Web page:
Here come the rest of the veggies, O-Z! We've looked at different veggies you may not be buying — not understanding what those veggies are. But now that you know differently, you can do differently and purchase something exciting and new on your next grocery trip.

O is for okra. Well known in the South but obscure elsewhere in the world, okra is a deliciously mild veggie, used in gumbos, soups and stews. Generally, the younger the okra (as in, the smaller the okra), the less glutinous it will be. The nutritional value of okra? Well, it's high in fiber, vitamins A and C and a smattering of B vitamins as well.

P is for parsnip. It looks like a white carrot, but the taste isn't as sweet, and there is more of an earthiness to it. Used in stews and soups, parsnips can also shine on their own as a side dish. Simply steam them up, toss in a little butter, thyme and salt and pepper for a deliciously different side dish.

Q is for quinoa, a grain you aren't going to find in the produce department, but I thought I'd throw it at you anyway. After all, it's something worth seeking out! Quinoa is an ancient grain high in amino acids, creamy in flavor, nutty, slightly crunchy and a great side dish diversion from the usual rice and potatoes. Check it out and give it a try!

R is for radish. Not the common red radishes we all grew up with, but black radishes. They're much bigger than the red ones (about the size of a turnip), and the flavor is just as pungent as a red radish, but the flesh is a little drier. Great grated into your salad!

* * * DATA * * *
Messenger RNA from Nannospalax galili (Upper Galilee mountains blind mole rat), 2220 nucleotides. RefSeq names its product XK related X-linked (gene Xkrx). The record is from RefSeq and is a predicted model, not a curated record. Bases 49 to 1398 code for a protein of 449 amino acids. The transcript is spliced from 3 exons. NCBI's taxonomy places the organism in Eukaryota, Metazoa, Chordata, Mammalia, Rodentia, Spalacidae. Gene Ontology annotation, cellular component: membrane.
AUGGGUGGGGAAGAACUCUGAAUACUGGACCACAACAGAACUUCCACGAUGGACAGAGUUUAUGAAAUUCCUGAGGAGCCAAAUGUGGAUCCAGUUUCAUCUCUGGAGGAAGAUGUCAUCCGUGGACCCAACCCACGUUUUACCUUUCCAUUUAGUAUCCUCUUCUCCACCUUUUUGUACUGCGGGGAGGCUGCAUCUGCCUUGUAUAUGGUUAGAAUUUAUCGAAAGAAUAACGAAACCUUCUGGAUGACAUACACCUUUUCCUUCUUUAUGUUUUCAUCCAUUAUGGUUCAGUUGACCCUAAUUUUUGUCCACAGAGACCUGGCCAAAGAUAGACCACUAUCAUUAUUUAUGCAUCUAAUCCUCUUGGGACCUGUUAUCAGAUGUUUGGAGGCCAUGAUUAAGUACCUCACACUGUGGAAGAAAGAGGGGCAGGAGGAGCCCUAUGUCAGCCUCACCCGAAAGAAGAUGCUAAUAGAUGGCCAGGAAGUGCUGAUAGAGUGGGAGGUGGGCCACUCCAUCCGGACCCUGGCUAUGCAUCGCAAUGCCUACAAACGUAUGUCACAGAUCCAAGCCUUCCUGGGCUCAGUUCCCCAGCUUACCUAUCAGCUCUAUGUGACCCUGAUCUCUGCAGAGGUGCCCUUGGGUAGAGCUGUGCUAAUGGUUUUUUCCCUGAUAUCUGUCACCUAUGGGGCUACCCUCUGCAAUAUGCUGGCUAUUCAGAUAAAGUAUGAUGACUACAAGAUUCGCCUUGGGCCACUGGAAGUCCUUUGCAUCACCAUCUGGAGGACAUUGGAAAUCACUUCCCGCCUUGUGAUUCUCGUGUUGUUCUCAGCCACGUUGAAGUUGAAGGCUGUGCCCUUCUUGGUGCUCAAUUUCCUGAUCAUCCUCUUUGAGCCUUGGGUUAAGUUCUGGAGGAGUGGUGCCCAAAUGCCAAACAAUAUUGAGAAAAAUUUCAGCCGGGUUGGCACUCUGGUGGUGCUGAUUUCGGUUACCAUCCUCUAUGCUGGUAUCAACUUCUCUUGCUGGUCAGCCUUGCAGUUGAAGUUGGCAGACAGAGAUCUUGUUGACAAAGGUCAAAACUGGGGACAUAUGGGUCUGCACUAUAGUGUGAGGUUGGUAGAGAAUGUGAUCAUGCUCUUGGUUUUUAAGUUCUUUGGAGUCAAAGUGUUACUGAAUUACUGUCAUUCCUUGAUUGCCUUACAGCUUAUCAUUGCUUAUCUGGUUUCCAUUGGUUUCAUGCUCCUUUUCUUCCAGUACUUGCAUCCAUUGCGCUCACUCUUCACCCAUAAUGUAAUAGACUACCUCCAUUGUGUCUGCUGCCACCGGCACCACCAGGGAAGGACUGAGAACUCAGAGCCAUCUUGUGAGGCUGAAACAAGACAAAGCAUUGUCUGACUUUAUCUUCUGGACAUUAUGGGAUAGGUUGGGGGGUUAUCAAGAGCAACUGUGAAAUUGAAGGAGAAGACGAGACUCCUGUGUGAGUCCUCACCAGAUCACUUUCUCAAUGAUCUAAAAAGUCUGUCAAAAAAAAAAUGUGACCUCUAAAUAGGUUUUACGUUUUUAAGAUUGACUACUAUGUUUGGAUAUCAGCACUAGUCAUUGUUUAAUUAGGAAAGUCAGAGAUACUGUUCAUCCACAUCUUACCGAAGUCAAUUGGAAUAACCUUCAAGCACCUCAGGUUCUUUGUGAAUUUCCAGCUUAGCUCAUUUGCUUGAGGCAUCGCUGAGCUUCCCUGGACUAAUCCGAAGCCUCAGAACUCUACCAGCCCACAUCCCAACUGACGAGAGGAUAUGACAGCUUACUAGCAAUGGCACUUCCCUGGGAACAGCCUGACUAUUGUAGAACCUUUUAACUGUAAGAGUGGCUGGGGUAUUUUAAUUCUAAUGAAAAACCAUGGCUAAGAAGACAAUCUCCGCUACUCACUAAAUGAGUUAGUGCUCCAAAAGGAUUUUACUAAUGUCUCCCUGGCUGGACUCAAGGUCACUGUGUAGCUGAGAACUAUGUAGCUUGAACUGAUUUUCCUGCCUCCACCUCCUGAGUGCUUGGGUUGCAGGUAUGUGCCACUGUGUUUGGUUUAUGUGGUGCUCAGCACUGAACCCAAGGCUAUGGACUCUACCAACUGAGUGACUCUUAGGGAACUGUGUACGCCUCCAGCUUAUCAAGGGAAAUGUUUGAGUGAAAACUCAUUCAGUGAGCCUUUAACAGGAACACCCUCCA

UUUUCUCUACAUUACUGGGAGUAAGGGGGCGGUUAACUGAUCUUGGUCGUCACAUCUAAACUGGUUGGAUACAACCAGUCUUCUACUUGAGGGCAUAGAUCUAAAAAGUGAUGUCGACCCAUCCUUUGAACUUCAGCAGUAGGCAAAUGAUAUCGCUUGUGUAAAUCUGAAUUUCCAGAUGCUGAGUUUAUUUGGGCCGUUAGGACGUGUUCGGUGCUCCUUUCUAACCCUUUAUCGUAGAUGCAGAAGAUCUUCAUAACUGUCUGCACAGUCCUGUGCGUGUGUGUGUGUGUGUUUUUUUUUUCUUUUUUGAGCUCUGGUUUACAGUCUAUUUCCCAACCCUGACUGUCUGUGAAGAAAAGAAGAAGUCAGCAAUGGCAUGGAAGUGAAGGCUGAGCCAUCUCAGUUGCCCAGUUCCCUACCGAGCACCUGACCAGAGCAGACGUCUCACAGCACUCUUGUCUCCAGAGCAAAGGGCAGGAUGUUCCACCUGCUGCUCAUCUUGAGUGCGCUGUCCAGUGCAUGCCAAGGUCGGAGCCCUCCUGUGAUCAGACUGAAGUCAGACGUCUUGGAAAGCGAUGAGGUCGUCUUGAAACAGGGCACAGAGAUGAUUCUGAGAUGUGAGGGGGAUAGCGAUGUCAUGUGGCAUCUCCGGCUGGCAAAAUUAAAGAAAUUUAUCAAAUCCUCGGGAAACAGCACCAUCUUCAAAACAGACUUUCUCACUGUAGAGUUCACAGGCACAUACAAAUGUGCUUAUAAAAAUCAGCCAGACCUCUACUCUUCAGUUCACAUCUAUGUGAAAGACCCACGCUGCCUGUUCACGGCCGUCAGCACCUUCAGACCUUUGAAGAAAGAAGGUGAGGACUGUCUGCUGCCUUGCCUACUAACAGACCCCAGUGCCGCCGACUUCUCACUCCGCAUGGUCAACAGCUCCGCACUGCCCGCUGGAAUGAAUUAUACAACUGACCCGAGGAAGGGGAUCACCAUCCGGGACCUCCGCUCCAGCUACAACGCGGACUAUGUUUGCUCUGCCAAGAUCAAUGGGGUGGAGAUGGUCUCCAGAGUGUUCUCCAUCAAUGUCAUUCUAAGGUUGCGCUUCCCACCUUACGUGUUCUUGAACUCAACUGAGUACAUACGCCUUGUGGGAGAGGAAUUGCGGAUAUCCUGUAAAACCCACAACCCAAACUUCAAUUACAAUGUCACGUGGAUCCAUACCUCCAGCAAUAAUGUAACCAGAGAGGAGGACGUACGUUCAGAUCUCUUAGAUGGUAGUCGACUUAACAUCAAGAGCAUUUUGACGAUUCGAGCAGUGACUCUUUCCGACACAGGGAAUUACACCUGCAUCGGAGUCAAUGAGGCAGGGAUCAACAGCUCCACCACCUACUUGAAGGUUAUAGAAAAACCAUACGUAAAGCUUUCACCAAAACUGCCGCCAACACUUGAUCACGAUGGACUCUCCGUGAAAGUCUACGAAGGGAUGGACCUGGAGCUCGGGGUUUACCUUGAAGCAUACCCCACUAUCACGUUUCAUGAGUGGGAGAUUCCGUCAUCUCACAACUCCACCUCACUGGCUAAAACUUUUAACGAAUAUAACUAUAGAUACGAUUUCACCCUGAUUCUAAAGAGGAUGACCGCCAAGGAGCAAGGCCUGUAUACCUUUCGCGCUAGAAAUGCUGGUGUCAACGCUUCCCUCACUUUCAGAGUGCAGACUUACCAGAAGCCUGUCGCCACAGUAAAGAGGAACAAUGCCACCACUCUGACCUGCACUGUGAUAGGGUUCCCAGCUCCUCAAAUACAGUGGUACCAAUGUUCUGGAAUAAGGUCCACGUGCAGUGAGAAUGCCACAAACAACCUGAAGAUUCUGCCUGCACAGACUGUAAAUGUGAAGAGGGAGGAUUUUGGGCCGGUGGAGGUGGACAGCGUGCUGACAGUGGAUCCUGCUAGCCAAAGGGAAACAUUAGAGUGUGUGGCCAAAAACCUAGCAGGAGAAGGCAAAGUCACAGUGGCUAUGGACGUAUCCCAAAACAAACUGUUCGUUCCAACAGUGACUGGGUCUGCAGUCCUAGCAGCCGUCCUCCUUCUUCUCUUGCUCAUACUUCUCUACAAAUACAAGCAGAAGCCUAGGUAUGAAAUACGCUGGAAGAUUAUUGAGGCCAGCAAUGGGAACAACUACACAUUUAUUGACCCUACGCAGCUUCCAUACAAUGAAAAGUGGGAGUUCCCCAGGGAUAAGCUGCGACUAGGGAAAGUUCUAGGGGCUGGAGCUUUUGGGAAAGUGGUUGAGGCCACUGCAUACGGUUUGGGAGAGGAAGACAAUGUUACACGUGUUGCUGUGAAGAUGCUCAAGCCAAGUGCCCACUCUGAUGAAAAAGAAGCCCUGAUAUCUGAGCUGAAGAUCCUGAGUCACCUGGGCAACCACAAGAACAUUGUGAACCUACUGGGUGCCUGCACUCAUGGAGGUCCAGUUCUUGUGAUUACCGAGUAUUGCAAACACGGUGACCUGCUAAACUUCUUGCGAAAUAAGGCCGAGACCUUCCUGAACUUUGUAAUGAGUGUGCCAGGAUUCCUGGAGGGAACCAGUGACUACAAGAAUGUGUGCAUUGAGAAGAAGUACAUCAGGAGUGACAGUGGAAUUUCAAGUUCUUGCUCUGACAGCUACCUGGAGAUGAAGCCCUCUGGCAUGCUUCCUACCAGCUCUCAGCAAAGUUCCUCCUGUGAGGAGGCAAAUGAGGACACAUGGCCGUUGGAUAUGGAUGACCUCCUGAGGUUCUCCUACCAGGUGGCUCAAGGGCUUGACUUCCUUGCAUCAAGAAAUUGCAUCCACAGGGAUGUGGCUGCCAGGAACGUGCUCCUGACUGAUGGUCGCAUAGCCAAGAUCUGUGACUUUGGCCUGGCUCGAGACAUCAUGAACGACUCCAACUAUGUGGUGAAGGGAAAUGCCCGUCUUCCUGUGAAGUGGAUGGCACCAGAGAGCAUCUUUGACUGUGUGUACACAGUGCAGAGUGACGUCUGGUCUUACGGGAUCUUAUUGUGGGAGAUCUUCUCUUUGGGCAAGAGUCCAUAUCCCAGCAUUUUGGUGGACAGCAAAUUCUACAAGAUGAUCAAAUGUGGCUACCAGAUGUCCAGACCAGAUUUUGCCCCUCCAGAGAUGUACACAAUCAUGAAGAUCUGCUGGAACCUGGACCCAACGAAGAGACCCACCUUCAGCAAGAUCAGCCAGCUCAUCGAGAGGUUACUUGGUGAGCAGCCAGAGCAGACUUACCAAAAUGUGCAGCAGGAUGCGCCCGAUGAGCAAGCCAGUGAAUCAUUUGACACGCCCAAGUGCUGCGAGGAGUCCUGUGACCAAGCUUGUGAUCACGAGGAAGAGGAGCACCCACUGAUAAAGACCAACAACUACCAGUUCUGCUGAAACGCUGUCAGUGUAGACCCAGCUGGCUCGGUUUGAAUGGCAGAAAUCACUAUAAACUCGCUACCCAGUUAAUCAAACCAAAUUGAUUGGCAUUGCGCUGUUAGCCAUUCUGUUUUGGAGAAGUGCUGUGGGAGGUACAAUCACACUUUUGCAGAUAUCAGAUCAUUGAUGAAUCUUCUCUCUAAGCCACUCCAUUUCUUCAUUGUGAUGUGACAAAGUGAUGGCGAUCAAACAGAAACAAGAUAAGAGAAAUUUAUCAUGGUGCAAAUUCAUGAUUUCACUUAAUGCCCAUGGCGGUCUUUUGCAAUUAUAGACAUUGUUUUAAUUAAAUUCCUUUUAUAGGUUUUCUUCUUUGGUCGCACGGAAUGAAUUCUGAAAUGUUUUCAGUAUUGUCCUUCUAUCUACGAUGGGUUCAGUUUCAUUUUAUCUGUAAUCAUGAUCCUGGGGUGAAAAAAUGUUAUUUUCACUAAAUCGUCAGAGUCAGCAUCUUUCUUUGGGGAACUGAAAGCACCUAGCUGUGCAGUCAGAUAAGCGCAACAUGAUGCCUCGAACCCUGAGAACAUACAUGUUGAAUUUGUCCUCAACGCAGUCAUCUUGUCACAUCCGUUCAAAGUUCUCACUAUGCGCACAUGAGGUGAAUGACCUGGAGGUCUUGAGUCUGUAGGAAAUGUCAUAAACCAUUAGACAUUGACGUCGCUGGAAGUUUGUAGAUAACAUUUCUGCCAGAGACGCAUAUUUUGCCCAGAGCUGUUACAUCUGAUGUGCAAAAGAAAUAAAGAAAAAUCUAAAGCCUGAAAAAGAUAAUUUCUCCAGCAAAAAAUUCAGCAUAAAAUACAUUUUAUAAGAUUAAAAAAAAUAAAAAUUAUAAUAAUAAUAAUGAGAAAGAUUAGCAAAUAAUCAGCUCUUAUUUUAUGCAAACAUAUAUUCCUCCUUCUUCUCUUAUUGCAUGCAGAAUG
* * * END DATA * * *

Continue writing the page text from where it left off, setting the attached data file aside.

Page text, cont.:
Shallots are one of my favorite veggies. I like to think of these cute little onionlike tubers as the love child of garlic and onion. Shallots have a sweet flavor, and their complexity and deep flavor are favored by chefs all over the globe. Chop some up, saute them in a little olive oil and then do your skillet chicken. You'll be surprised at the punch these little gems can deliver to your food!

The lovely tomatillo looks like a green tomato in its own brown paper packaging. Tomatillos are prized by Hispanic cooks for their tart, distinctive flavor. Green enchiladas and chile verde are both made with tomatillos.

Upland cress is also known as watercress. Watercress is prized in Europe more so than in the United States. The delicate, peppery taste makes for a wonderful soup, a nice addition to salads and a lovely garnish. Watercress is a good source of B vitamins, beta carotene and calcium.

Vidalia onions are sweet onions grown primarily in the South. These lovely onions earn high marks in flavor and are best used in dishes where they are raw and they can shine. Nothing like a Vidalia onion in your potato salad!

Wasabi is Japanese horseradish. More commonly seen in a powdered form, this root is grated to make a paste that accompanies sushi and sashimi. It is also delicious made into sauces and used on grilled meats, poultry and fish. Yum!

X, Y, and Z — well, there is zucchini, right? You know about that. Why not try a different type of zucchini this week? The round yellow zucchini have often been called scallopini zucchini. They are dense, seedless (just about, anyway) and layer beautifully with your pounded chicken breasts, drizzled with butter and capers. You'll love this!

That's it folks, that's all I've got in the veggie department. Stay tuned — I'll be giving you some new items in the fruit section!

Leanne Ely, aka Dinner Diva, is the author of the best-selling "Saving Dinner" and "Saving Dinner the Low Carb Way" (Ballantine). What's for dinner? Go to and find the solution!